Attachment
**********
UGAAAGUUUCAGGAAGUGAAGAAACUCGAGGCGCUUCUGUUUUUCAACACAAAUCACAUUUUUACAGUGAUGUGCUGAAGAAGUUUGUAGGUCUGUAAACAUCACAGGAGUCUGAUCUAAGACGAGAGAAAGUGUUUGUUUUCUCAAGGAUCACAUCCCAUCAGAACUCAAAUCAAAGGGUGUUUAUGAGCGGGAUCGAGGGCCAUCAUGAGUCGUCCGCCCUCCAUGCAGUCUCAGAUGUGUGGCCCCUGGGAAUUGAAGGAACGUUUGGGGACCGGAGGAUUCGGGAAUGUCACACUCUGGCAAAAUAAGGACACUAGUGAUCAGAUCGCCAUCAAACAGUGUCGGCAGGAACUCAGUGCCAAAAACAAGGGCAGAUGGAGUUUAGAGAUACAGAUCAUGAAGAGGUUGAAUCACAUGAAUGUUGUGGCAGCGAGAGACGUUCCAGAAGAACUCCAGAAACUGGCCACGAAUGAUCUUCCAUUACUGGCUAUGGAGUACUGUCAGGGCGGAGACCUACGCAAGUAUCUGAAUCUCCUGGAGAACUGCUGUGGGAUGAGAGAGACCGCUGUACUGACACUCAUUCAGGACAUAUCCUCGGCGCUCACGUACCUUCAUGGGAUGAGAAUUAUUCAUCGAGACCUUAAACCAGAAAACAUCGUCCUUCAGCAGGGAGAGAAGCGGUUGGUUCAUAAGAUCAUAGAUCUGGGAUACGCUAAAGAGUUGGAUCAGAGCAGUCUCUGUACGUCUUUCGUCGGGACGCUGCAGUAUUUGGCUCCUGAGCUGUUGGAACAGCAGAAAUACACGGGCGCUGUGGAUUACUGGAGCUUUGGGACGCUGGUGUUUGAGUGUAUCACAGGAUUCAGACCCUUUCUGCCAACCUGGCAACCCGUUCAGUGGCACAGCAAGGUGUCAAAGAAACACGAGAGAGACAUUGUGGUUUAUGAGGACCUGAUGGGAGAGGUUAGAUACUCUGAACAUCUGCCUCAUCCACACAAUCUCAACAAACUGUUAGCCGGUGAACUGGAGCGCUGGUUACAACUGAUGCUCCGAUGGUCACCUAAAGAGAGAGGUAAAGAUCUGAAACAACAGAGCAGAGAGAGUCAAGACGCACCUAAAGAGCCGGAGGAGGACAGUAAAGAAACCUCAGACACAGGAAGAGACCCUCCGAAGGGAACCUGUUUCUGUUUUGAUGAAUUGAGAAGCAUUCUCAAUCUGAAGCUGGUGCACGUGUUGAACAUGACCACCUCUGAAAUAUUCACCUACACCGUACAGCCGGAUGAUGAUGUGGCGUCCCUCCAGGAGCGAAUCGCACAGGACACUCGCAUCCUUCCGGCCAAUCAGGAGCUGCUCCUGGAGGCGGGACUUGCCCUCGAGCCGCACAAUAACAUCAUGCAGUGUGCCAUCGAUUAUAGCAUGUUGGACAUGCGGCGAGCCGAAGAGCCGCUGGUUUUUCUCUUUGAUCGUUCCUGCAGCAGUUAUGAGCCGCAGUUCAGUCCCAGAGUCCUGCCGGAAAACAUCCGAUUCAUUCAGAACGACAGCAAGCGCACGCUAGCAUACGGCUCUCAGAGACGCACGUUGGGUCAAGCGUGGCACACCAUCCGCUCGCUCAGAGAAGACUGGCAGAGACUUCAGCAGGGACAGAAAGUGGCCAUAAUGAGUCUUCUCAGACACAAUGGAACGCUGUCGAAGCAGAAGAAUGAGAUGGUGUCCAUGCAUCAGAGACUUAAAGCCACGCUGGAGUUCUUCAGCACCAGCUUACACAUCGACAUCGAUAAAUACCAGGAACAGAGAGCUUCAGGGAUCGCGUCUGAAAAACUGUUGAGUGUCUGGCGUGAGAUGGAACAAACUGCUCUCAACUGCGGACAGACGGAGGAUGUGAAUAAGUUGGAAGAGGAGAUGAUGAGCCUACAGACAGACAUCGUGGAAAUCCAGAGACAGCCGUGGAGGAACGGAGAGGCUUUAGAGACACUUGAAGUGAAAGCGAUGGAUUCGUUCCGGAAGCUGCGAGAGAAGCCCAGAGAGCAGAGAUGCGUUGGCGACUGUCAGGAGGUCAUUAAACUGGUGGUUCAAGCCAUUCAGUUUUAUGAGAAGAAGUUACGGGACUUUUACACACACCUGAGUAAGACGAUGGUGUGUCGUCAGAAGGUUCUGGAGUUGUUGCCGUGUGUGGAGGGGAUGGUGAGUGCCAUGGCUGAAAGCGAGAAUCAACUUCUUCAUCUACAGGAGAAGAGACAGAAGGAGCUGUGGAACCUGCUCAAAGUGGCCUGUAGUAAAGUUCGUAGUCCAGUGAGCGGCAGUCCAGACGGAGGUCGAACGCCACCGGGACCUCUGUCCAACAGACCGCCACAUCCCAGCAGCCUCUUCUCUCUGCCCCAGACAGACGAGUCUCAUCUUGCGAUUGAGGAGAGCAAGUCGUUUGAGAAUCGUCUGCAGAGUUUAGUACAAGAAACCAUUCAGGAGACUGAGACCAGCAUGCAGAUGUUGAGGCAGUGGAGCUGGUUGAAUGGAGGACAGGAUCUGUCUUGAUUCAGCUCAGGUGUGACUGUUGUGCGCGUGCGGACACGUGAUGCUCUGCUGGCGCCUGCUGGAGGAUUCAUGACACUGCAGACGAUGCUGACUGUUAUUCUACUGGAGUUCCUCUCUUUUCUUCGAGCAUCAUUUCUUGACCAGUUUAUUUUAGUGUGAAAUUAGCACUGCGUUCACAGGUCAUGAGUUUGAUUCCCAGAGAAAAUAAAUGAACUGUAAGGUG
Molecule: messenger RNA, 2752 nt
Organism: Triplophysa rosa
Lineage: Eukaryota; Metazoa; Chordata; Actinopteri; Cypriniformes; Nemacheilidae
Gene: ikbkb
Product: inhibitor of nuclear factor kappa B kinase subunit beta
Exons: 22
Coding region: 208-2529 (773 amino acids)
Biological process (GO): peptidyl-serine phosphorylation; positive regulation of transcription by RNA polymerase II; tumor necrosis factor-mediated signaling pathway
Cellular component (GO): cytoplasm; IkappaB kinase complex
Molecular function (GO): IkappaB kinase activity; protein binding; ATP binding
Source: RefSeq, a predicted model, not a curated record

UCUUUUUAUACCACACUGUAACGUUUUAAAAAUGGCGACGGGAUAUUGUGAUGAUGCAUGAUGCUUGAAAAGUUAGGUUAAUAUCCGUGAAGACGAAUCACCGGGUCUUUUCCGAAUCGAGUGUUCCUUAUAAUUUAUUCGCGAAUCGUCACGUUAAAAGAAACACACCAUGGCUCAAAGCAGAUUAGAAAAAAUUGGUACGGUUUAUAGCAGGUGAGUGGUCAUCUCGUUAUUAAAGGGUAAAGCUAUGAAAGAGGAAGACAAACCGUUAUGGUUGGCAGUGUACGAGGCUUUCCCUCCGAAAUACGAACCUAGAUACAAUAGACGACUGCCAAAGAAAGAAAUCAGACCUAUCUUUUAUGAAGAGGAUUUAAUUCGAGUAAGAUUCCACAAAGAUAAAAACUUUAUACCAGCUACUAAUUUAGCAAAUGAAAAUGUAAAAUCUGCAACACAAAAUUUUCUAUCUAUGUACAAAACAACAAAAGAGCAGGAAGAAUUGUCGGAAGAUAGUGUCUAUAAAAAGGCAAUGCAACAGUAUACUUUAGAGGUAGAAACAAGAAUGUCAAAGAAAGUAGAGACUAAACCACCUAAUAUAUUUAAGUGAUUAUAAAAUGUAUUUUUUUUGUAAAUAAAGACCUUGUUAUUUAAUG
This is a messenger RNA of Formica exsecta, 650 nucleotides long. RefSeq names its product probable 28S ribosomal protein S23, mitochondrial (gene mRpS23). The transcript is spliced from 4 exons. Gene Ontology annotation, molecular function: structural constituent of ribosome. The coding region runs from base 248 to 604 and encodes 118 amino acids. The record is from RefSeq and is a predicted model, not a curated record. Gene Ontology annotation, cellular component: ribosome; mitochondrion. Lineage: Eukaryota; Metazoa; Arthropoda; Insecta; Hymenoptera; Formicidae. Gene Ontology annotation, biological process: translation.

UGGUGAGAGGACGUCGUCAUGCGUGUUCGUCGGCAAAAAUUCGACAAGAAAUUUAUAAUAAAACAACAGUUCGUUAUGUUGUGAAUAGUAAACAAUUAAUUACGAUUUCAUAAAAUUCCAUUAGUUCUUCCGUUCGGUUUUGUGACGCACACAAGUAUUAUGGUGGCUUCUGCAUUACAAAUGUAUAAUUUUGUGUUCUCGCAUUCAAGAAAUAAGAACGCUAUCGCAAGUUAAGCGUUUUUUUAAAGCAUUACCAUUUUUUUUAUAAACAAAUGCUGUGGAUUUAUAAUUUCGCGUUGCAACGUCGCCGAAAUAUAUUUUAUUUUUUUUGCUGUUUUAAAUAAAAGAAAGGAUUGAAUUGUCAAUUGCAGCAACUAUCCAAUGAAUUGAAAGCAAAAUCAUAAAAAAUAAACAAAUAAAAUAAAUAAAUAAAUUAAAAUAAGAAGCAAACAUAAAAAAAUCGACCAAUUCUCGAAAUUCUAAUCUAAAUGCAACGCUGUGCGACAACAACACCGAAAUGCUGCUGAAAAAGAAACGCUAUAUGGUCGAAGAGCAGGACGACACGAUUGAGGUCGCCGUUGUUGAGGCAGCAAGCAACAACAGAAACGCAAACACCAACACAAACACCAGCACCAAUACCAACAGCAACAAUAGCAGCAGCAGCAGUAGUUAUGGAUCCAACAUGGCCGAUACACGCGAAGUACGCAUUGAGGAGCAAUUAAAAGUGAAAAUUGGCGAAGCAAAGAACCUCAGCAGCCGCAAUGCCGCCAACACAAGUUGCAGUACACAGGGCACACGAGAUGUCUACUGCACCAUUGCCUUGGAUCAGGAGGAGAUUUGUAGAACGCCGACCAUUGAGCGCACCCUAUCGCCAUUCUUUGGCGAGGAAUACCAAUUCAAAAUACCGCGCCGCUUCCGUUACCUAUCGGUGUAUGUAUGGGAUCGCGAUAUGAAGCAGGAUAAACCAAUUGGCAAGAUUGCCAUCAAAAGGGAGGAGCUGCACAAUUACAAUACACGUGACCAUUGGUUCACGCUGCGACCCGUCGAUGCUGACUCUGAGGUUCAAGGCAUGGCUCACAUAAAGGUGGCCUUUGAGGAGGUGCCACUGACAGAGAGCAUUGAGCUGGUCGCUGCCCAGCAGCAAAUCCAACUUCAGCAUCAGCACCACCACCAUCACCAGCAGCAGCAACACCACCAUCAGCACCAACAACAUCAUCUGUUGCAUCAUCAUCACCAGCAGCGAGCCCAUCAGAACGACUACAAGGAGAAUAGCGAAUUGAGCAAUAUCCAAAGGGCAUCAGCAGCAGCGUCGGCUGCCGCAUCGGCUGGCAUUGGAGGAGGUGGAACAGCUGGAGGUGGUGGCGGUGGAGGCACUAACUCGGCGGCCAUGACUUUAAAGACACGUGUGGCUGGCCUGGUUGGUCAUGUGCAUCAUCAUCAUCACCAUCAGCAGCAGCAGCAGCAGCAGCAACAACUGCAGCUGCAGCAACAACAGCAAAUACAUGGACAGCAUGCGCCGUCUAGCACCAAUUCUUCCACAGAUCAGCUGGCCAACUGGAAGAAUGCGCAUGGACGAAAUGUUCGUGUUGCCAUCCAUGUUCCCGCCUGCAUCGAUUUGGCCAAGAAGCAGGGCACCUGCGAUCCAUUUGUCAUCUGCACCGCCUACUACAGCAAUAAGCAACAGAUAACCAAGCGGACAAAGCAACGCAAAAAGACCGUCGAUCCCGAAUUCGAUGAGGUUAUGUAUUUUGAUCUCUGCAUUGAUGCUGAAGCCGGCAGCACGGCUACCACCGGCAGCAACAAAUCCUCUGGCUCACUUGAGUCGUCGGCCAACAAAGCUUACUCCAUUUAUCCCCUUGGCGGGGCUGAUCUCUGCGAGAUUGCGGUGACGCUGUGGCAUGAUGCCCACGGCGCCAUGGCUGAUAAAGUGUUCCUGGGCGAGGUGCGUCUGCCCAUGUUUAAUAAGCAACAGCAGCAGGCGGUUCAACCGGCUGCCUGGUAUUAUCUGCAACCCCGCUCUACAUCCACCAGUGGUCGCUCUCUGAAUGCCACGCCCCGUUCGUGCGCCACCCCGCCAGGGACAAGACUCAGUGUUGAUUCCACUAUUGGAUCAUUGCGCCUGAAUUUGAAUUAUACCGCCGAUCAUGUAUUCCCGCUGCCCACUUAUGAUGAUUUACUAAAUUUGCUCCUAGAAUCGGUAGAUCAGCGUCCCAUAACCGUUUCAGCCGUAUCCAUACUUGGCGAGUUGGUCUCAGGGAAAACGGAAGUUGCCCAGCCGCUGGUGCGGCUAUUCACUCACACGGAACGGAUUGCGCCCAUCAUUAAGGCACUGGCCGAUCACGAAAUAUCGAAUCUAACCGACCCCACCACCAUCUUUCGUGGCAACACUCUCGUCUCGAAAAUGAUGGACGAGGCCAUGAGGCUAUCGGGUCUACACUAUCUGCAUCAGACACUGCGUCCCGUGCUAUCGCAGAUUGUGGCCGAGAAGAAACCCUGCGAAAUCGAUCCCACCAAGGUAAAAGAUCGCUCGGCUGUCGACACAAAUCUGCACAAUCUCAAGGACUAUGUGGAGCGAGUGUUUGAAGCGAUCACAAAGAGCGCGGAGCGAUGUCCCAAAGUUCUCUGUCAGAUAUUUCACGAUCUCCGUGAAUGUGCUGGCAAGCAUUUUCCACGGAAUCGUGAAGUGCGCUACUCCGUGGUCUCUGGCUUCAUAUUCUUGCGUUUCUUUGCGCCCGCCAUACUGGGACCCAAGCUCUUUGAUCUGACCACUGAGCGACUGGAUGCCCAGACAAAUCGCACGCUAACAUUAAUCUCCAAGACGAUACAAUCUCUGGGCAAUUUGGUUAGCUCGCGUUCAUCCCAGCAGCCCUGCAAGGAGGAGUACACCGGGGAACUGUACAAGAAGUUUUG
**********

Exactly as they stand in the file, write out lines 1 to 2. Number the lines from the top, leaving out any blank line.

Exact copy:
UGAAAGUUUCAGGAAGUGAAGAAACUCGAGGCGCUUCUGUUUUUCAACACAAAUCACAUUUUUACAGUGAUGUGCUGAAGAAGUUUGUAGGUCUGUAAACAUCACAGGAGUCUGAUCUAAGACGAGAGAAAGUGUUUGUUUUCUCAAGGAUCACAUCCCAUCAGAACUCAAAUCAAAGGGUGUUUAUGAGCGGGAUCGAGGGCCAUCAUGAGUCGUCCGCCCUCCAUGCAGUCUCAGAUGUGUGGCCCCUGGGAAUUGAAGGAACGUUUGGGGACCGGAGGAUUCGGGAAUGUCACACUCUGGCAAAAUAAGGACACUAGUGAUCAGAUCGCCAUCAAACAGUGUCGGCAGGAACUCAGUGCCAAAAACAAGGGCAGAUGGAGUUUAGAGAUACAGAUCAUGAAGAGGUUGAAUCACAUGAAUGUUGUGGCAGCGAGAGACGUUCCAGAAGAACUCCAGAAACUGGCCACGAAUGAUCUUCCAUUACUGGCUAUGGAGUACUGUCAGGGCGGAGACCUACGCAAGUAUCUGAAUCUCCUGGAGAACUGCUGUGGGAUGAGAGAGACCGCUGUACUGACACUCAUUCAGGACAUAUCCUCGGCGCUCACGUACCUUCAUGGGAUGAGAAUUAUUCAUCGAGACCUUAAACCAGAAAACAUCGUCCUUCAGCAGGGAGAGAAGCGGUUGGUUCAUAAGAUCAUAGAUCUGGGAUACGCUAAAGAGUUGGAUCAGAGCAGUCUCUGUACGUCUUUCGUCGGGACGCUGCAGUAUUUGGCUCCUGAGCUGUUGGAACAGCAGAAAUACACGGGCGCUGUGGAUUACUGGAGCUUUGGGACGCUGGUGUUUGAGUGUAUCACAGGAUUCAGACCCUUUCUGCCAACCUGGCAACCCGUUCAGUGGCACAGCAAGGUGUCAAAGAAACACGAGAGAGACAUUGUGGUUUAUGAGGACCUGAUGGGAGAGGUUAGAUACUCUGAACAUCUGCCUCAUCCACACAAUCUCAACAAACUGUUAGCCGGUGAACUGGAGCGCUGGUUACAACUGAUGCUCCGAUGGUCACCUAAAGAGAGAGGUAAAGAUCUGAAACAACAGAGCAGAGAGAGUCAAGACGCACCUAAAGAGCCGGAGGAGGACAGUAAAGAAACCUCAGACACAGGAAGAGACCCUCCGAAGGGAACCUGUUUCUGUUUUGAUGAAUUGAGAAGCAUUCUCAAUCUGAAGCUGGUGCACGUGUUGAACAUGACCACCUCUGAAAUAUUCACCUACACCGUACAGCCGGAUGAUGAUGUGGCGUCCCUCCAGGAGCGAAUCGCACAGGACACUCGCAUCCUUCCGGCCAAUCAGGAGCUGCUCCUGGAGGCGGGACUUGCCCUCGAGCCGCACAAUAACAUCAUGCAGUGUGCCAUCGAUUAUAGCAUGUUGGACAUGCGGCGAGCCGAAGAGCCGCUGGUUUUUCUCUUUGAUCGUUCCUGCAGCAGUUAUGAGCCGCAGUUCAGUCCCAGAGUCCUGCCGGAAAACAUCCGAUUCAUUCAGAACGACAGCAAGCGCACGCUAGCAUACGGCUCUCAGAGACGCACGUUGGGUCAAGCGUGGCACACCAUCCGCUCGCUCAGAGAAGACUGGCAGAGACUUCAGCAGGGACAGAAAGUGGCCAUAAUGAGUCUUCUCAGACACAAUGGAACGCUGUCGAAGCAGAAGAAUGAGAUGGUGUCCAUGCAUCAGAGACUUAAAGCCACGCUGGAGUUCUUCAGCACCAGCUUACACAUCGACAUCGAUAAAUACCAGGAACAGAGAGCUUCAGGGAUCGCGUCUGAAAAACUGUUGAGUGUCUGGCGUGAGAUGGAACAAACUGCUCUCAACUGCGGACAGACGGAGGAUGUGAAUAAGUUGGAAGAGGAGAUGAUGAGCCUACAGACAGACAUCGUGGAAAUCCAGAGACAGCCGUGGAGGAACGGAGAGGCUUUAGAGACACUUGAAGUGAAAGCGAUGGAUUCGUUCCGGAAGCUGCGAGAGAAGCCCAGAGAGCAGAGAUGCGUUGGCGACUGUCAGGAGGUCAUUAAACUGGUGGUUCAAGCCAUUCAGUUUUAUGAGAAGAAGUUACGGGACUUUUACACACACCUGAGUAAGACGAUGGUGUGUCGUCAGAAGGUUCUGGAGUUGUUGCCGUGUGUGGAGGGGAUGGUGAGUGCCAUGGCUGAAAGCGAGAAUCAACUUCUUCAUCUACAGGAGAAGAGACAGAAGGAGCUGUGGAACCUGCUCAAAGUGGCCUGUAGUAAAGUUCGUAGUCCAGUGAGCGGCAGUCCAGACGGAGGUCGAACGCCACCGGGACCUCUGUCCAACAGACCGCCACAUCCCAGCAGCCUCUUCUCUCUGCCCCAGACAGACGAGUCUCAUCUUGCGAUUGAGGAGAGCAAGUCGUUUGAGAAUCGUCUGCAGAGUUUAGUACAAGAAACCAUUCAGGAGACUGAGACCAGCAUGCAGAUGUUGAGGCAGUGGAGCUGGUUGAAUGGAGGACAGGAUCUGUCUUGAUUCAGCUCAGGUGUGACUGUUGUGCGCGUGCGGACACGUGAUGCUCUGCUGGCGCCUGCUGGAGGAUUCAUGACACUGCAGACGAUGCUGACUGUUAUUCUACUGGAGUUCCUCUCUUUUCUUCGAGCAUCAUUUCUUGACCAGUUUAUUUUAGUGUGAAAUUAGCACUGCGUUCACAGGUCAUGAGUUUGAUUCCCAGAGAAAAUAAAUGAACUGUAAGGUG
Molecule: messenger RNA, 2752 nt